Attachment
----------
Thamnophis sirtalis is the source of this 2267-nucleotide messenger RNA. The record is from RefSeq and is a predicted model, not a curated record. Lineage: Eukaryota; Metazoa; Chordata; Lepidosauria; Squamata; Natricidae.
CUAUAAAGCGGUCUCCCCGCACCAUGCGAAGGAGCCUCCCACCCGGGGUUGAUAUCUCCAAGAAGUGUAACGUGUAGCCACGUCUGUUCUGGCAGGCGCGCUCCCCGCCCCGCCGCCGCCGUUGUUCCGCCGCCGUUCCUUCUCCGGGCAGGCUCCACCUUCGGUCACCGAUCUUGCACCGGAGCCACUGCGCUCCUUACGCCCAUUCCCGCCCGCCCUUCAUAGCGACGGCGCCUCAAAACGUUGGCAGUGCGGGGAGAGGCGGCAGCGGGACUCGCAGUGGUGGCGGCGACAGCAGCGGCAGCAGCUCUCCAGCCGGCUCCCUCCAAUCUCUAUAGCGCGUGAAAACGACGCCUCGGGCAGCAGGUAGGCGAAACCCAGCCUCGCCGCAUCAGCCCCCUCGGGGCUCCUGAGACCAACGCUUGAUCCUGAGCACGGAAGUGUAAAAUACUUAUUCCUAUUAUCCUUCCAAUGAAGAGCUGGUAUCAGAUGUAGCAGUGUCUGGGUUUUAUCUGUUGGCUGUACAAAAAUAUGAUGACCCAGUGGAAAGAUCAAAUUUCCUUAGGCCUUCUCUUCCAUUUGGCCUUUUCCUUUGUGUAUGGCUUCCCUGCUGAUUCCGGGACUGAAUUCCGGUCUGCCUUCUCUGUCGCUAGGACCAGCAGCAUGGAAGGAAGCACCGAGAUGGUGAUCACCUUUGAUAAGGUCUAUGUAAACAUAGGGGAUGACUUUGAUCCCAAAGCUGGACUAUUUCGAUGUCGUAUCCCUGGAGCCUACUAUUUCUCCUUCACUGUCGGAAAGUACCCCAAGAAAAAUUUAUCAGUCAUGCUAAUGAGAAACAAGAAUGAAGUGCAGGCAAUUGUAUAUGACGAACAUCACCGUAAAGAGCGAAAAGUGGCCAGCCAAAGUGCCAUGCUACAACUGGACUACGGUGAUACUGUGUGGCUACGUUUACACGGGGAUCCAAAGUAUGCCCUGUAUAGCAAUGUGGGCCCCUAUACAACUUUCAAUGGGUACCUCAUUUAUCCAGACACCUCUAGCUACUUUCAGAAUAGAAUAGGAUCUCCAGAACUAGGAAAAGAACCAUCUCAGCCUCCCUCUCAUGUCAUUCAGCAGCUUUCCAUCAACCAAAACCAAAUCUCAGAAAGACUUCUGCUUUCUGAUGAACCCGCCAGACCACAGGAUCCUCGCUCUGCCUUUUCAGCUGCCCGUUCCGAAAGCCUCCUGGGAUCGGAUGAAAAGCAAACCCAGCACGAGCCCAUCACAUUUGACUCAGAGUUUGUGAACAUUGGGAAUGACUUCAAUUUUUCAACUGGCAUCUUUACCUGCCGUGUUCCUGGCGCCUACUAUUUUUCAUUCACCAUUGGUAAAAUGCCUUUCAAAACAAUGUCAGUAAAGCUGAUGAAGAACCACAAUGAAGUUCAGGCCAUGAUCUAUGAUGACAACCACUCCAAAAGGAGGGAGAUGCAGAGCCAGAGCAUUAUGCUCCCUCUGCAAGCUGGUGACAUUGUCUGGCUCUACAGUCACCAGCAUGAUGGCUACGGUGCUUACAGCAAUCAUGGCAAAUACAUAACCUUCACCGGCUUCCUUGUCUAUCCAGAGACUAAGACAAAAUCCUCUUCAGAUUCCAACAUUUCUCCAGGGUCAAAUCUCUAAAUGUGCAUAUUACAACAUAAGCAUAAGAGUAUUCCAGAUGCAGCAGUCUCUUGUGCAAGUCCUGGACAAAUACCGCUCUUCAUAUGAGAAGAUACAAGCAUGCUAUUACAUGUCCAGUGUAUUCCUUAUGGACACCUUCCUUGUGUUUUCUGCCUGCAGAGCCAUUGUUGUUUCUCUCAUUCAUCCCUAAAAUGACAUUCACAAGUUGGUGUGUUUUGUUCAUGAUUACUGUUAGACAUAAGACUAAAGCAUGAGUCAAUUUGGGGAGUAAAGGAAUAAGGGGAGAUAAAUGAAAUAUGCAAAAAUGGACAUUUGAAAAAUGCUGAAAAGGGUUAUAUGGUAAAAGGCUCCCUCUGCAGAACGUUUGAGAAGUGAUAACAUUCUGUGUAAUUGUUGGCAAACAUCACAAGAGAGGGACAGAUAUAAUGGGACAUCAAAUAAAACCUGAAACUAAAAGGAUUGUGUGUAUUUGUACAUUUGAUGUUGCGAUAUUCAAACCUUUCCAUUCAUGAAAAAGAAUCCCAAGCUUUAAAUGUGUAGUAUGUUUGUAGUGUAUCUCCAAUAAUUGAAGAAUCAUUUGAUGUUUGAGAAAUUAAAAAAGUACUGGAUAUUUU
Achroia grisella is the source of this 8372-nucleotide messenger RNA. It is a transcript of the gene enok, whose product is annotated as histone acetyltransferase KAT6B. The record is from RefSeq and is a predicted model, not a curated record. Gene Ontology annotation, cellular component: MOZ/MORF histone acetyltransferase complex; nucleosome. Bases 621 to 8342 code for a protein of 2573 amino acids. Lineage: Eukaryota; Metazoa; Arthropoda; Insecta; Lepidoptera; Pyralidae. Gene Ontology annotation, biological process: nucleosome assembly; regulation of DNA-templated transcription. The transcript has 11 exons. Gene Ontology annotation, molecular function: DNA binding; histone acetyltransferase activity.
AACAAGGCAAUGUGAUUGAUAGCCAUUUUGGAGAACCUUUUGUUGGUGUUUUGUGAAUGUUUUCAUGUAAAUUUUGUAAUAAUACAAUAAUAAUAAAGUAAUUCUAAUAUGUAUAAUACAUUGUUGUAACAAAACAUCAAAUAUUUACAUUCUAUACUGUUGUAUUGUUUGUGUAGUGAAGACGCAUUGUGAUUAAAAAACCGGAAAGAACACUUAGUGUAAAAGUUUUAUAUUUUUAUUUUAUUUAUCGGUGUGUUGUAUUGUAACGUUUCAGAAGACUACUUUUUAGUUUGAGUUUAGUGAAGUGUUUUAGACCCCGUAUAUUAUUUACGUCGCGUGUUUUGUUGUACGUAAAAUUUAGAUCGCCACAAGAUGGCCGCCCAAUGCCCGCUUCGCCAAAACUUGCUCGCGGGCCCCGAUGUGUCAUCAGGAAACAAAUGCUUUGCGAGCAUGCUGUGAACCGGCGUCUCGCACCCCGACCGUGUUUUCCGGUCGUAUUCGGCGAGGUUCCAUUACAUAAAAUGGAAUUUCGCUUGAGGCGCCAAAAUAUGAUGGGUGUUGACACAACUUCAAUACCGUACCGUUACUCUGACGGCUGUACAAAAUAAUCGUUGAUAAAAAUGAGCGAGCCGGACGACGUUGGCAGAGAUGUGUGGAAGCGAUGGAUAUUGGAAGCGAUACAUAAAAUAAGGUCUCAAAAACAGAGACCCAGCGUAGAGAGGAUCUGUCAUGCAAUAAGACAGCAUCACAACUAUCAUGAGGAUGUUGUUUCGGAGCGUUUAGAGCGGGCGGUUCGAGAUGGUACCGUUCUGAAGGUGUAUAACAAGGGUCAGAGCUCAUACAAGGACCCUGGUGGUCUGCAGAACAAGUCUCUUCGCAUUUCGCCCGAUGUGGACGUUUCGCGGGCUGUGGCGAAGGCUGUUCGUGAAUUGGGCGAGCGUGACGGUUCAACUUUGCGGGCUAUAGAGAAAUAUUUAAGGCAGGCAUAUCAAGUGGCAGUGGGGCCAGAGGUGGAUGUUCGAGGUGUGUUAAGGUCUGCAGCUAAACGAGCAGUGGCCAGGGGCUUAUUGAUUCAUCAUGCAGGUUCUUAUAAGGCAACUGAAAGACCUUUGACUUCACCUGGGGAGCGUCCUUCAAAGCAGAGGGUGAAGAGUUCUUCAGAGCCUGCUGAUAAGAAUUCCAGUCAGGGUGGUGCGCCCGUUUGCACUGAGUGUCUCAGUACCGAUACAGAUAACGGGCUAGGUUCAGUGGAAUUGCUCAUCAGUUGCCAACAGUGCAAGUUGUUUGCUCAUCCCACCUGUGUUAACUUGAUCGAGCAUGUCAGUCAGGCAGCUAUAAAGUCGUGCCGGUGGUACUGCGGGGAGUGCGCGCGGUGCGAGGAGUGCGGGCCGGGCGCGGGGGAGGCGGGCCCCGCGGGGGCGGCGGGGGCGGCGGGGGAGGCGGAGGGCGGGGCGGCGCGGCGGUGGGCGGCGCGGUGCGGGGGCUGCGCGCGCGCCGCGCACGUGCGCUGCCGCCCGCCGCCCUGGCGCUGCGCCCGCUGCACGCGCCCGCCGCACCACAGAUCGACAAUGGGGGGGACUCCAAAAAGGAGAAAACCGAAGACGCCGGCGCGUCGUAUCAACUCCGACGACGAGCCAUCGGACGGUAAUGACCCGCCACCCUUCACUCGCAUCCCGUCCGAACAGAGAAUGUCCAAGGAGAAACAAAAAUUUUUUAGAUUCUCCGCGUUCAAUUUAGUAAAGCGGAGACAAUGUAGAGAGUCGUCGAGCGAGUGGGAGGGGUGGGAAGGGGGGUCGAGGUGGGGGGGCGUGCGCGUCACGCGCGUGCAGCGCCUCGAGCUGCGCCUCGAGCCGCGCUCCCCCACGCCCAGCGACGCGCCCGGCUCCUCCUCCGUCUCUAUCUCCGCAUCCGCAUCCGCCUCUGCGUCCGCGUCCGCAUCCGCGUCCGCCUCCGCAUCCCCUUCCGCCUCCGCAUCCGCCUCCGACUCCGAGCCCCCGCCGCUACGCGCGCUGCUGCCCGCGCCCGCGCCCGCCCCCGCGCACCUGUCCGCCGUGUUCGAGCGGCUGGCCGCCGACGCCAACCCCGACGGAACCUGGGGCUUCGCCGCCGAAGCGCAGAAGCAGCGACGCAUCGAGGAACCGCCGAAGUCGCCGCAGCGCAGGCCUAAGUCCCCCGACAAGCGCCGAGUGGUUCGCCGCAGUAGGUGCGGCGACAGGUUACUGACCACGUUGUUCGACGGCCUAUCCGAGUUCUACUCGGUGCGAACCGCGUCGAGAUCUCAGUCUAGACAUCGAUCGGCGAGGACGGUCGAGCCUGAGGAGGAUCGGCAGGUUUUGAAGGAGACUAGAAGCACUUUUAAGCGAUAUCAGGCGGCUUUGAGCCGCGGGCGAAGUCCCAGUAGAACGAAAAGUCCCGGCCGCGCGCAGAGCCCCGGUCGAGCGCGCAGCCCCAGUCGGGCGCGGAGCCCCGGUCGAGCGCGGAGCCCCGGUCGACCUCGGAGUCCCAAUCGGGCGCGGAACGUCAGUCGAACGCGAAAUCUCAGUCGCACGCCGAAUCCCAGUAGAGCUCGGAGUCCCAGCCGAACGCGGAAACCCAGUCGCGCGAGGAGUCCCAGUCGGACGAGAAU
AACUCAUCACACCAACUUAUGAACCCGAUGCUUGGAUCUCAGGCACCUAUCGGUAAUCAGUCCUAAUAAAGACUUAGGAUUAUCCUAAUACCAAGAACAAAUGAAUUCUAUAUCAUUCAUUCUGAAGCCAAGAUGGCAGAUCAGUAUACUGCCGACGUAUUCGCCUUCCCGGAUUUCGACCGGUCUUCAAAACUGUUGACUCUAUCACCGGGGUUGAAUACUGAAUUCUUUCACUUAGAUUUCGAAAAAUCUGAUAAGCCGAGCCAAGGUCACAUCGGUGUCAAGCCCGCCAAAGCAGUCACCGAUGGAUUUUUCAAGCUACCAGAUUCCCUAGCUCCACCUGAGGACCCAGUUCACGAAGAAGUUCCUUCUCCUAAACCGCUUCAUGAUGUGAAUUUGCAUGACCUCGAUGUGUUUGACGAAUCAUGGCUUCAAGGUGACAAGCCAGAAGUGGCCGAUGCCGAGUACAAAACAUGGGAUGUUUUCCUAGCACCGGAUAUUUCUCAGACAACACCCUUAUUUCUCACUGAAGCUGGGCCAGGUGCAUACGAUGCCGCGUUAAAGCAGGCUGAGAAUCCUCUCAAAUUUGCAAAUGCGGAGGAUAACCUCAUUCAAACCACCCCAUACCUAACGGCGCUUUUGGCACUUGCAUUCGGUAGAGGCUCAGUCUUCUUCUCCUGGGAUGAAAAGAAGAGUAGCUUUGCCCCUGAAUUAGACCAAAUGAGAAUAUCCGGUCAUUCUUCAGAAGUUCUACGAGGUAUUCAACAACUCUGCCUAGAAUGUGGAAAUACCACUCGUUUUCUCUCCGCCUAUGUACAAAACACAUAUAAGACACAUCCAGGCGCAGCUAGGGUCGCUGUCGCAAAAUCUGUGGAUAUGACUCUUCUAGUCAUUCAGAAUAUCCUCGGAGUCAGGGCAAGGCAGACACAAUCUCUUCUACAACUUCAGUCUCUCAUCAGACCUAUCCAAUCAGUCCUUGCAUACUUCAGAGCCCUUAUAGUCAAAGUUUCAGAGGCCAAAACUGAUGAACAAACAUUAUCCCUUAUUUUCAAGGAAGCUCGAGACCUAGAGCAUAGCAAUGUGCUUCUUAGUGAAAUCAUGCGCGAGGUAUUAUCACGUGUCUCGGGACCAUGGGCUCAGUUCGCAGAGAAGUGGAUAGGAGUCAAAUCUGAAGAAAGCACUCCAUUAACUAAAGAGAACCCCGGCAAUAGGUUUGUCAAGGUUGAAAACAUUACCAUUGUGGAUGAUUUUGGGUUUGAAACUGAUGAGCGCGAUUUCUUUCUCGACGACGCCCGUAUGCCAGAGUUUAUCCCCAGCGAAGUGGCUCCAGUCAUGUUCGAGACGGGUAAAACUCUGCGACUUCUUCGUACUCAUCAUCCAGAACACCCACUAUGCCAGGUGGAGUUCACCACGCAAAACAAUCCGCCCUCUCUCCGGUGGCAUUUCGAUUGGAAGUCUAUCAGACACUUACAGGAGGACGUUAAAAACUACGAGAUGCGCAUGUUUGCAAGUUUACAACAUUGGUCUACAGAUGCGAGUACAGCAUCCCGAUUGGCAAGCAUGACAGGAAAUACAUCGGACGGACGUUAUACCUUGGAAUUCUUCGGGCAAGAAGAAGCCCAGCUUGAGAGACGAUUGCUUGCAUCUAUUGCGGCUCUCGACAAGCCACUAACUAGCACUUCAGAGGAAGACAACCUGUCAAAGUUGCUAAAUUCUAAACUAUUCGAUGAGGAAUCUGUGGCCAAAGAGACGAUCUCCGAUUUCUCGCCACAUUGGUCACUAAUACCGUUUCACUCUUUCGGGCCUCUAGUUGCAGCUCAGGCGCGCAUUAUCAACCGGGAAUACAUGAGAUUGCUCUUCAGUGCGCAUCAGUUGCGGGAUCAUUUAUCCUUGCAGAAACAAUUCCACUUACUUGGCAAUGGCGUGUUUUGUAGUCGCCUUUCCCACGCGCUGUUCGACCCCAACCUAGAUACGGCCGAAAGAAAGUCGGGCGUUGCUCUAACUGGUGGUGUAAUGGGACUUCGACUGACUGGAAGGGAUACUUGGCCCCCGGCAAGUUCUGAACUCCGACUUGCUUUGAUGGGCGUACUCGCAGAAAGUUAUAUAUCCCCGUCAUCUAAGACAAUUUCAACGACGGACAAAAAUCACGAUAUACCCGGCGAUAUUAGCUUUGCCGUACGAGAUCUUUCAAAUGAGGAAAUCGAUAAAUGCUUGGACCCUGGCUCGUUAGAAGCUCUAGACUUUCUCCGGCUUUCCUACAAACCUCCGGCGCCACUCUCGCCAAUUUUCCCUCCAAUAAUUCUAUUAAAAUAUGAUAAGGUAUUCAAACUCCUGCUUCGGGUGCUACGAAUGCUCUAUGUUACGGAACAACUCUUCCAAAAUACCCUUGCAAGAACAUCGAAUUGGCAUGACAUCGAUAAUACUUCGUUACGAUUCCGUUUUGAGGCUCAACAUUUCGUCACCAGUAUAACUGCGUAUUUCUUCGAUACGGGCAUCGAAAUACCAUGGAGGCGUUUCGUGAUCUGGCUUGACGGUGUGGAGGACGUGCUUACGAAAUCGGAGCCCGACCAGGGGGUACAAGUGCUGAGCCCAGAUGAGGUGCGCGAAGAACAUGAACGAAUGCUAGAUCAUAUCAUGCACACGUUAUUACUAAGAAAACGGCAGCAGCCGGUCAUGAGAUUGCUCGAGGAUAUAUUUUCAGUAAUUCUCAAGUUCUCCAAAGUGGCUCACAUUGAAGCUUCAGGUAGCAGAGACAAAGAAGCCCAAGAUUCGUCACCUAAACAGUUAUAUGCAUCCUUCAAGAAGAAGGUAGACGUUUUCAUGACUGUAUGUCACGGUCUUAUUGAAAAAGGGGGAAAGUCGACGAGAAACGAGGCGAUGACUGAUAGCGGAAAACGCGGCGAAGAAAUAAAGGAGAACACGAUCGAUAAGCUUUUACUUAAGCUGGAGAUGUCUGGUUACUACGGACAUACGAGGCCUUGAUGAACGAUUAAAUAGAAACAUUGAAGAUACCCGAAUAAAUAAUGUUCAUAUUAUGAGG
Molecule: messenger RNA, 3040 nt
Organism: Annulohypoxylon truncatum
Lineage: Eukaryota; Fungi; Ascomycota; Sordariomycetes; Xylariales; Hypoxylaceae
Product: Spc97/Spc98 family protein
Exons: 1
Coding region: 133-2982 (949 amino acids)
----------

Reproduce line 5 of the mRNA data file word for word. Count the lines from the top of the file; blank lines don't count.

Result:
AACUCAUCACACCAACUUAUGAACCCGAUGCUUGGAUCUCAGGCACCUAUCGGUAAUCAGUCCUAAUAAAGACUUAGGAUUAUCCUAAUACCAAGAACAAAUGAAUUCUAUAUCAUUCAUUCUGAAGCCAAGAUGGCAGAUCAGUAUACUGCCGACGUAUUCGCCUUCCCGGAUUUCGACCGGUCUUCAAAACUGUUGACUCUAUCACCGGGGUUGAAUACUGAAUUCUUUCACUUAGAUUUCGAAAAAUCUGAUAAGCCGAGCCAAGGUCACAUCGGUGUCAAGCCCGCCAAAGCAGUCACCGAUGGAUUUUUCAAGCUACCAGAUUCCCUAGCUCCACCUGAGGACCCAGUUCACGAAGAAGUUCCUUCUCCUAAACCGCUUCAUGAUGUGAAUUUGCAUGACCUCGAUGUGUUUGACGAAUCAUGGCUUCAAGGUGACAAGCCAGAAGUGGCCGAUGCCGAGUACAAAACAUGGGAUGUUUUCCUAGCACCGGAUAUUUCUCAGACAACACCCUUAUUUCUCACUGAAGCUGGGCCAGGUGCAUACGAUGCCGCGUUAAAGCAGGCUGAGAAUCCUCUCAAAUUUGCAAAUGCGGAGGAUAACCUCAUUCAAACCACCCCAUACCUAACGGCGCUUUUGGCACUUGCAUUCGGUAGAGGCUCAGUCUUCUUCUCCUGGGAUGAAAAGAAGAGUAGCUUUGCCCCUGAAUUAGACCAAAUGAGAAUAUCCGGUCAUUCUUCAGAAGUUCUACGAGGUAUUCAACAACUCUGCCUAGAAUGUGGAAAUACCACUCGUUUUCUCUCCGCCUAUGUACAAAACACAUAUAAGACACAUCCAGGCGCAGCUAGGGUCGCUGUCGCAAAAUCUGUGGAUAUGACUCUUCUAGUCAUUCAGAAUAUCCUCGGAGUCAGGGCAAGGCAGACACAAUCUCUUCUACAACUUCAGUCUCUCAUCAGACCUAUCCAAUCAGUCCUUGCAUACUUCAGAGCCCUUAUAGUCAAAGUUUCAGAGGCCAAAACUGAUGAACAAACAUUAUCCCUUAUUUUCAAGGAAGCUCGAGACCUAGAGCAUAGCAAUGUGCUUCUUAGUGAAAUCAUGCGCGAGGUAUUAUCACGUGUCUCGGGACCAUGGGCUCAGUUCGCAGAGAAGUGGAUAGGAGUCAAAUCUGAAGAAAGCACUCCAUUAACUAAAGAGAACCCCGGCAAUAGGUUUGUCAAGGUUGAAAACAUUACCAUUGUGGAUGAUUUUGGGUUUGAAACUGAUGAGCGCGAUUUCUUUCUCGACGACGCCCGUAUGCCAGAGUUUAUCCCCAGCGAAGUGGCUCCAGUCAUGUUCGAGACGGGUAAAACUCUGCGACUUCUUCGUACUCAUCAUCCAGAACACCCACUAUGCCAGGUGGAGUUCACCACGCAAAACAAUCCGCCCUCUCUCCGGUGGCAUUUCGAUUGGAAGUCUAUCAGACACUUACAGGAGGACGUUAAAAACUACGAGAUGCGCAUGUUUGCAAGUUUACAACAUUGGUCUACAGAUGCGAGUACAGCAUCCCGAUUGGCAAGCAUGACAGGAAAUACAUCGGACGGACGUUAUACCUUGGAAUUCUUCGGGCAAGAAGAAGCCCAGCUUGAGAGACGAUUGCUUGCAUCUAUUGCGGCUCUCGACAAGCCACUAACUAGCACUUCAGAGGAAGACAACCUGUCAAAGUUGCUAAAUUCUAAACUAUUCGAUGAGGAAUCUGUGGCCAAAGAGACGAUCUCCGAUUUCUCGCCACAUUGGUCACUAAUACCGUUUCACUCUUUCGGGCCUCUAGUUGCAGCUCAGGCGCGCAUUAUCAACCGGGAAUACAUGAGAUUGCUCUUCAGUGCGCAUCAGUUGCGGGAUCAUUUAUCCUUGCAGAAACAAUUCCACUUACUUGGCAAUGGCGUGUUUUGUAGUCGCCUUUCCCACGCGCUGUUCGACCCCAACCUAGAUACGGCCGAAAGAAAGUCGGGCGUUGCUCUAACUGGUGGUGUAAUGGGACUUCGACUGACUGGAAGGGAUACUUGGCCCCCGGCAAGUUCUGAACUCCGACUUGCUUUGAUGGGCGUACUCGCAGAAAGUUAUAUAUCCCCGUCAUCUAAGACAAUUUCAACGACGGACAAAAAUCACGAUAUACCCGGCGAUAUUAGCUUUGCCGUACGAGAUCUUUCAAAUGAGGAAAUCGAUAAAUGCUUGGACCCUGGCUCGUUAGAAGCUCUAGACUUUCUCCGGCUUUCCUACAAACCUCCGGCGCCACUCUCGCCAAUUUUCCCUCCAAUAAUUCUAUUAAAAUAUGAUAAGGUAUUCAAACUCCUGCUUCGGGUGCUACGAAUGCUCUAUGUUACGGAACAACUCUUCCAAAAUACCCUUGCAAGAACAUCGAAUUGGCAUGACAUCGAUAAUACUUCGUUACGAUUCCGUUUUGAGGCUCAACAUUUCGUCACCAGUAUAACUGCGUAUUUCUUCGAUACGGGCAUCGAAAUACCAUGGAGGCGUUUCGUGAUCUGGCUUGACGGUGUGGAGGACGUGCUUACGAAAUCGGAGCCCGACCAGGGGGUACAAGUGCUGAGCCCAGAUGAGGUGCGCGAAGAACAUGAACGAAUGCUAGAUCAUAUCAUGCACACGUUAUUACUAAGAAAACGGCAGCAGCCGGUCAUGAGAUUGCUCGAGGAUAUAUUUUCAGUAAUUCUCAAGUUCUCCAAAGUGGCUCACAUUGAAGCUUCAGGUAGCAGAGACAAAGAAGCCCAAGAUUCGUCACCUAAACAGUUAUAUGCAUCCUUCAAGAAGAAGGUAGACGUUUUCAUGACUGUAUGUCACGGUCUUAUUGAAAAAGGGGGAAAGUCGACGAGAAACGAGGCGAUGACUGAUAGCGGAAAACGCGGCGAAGAAAUAAAGGAGAACACGAUCGAUAAGCUUUUACUUAAGCUGGAGAUGUCUGGUUACUACGGACAUACGAGGCCUUGAUGAACGAUUAAAUAGAAACAUUGAAGAUACCCGAAUAAAUAAUGUUCAUAUUAUGAGG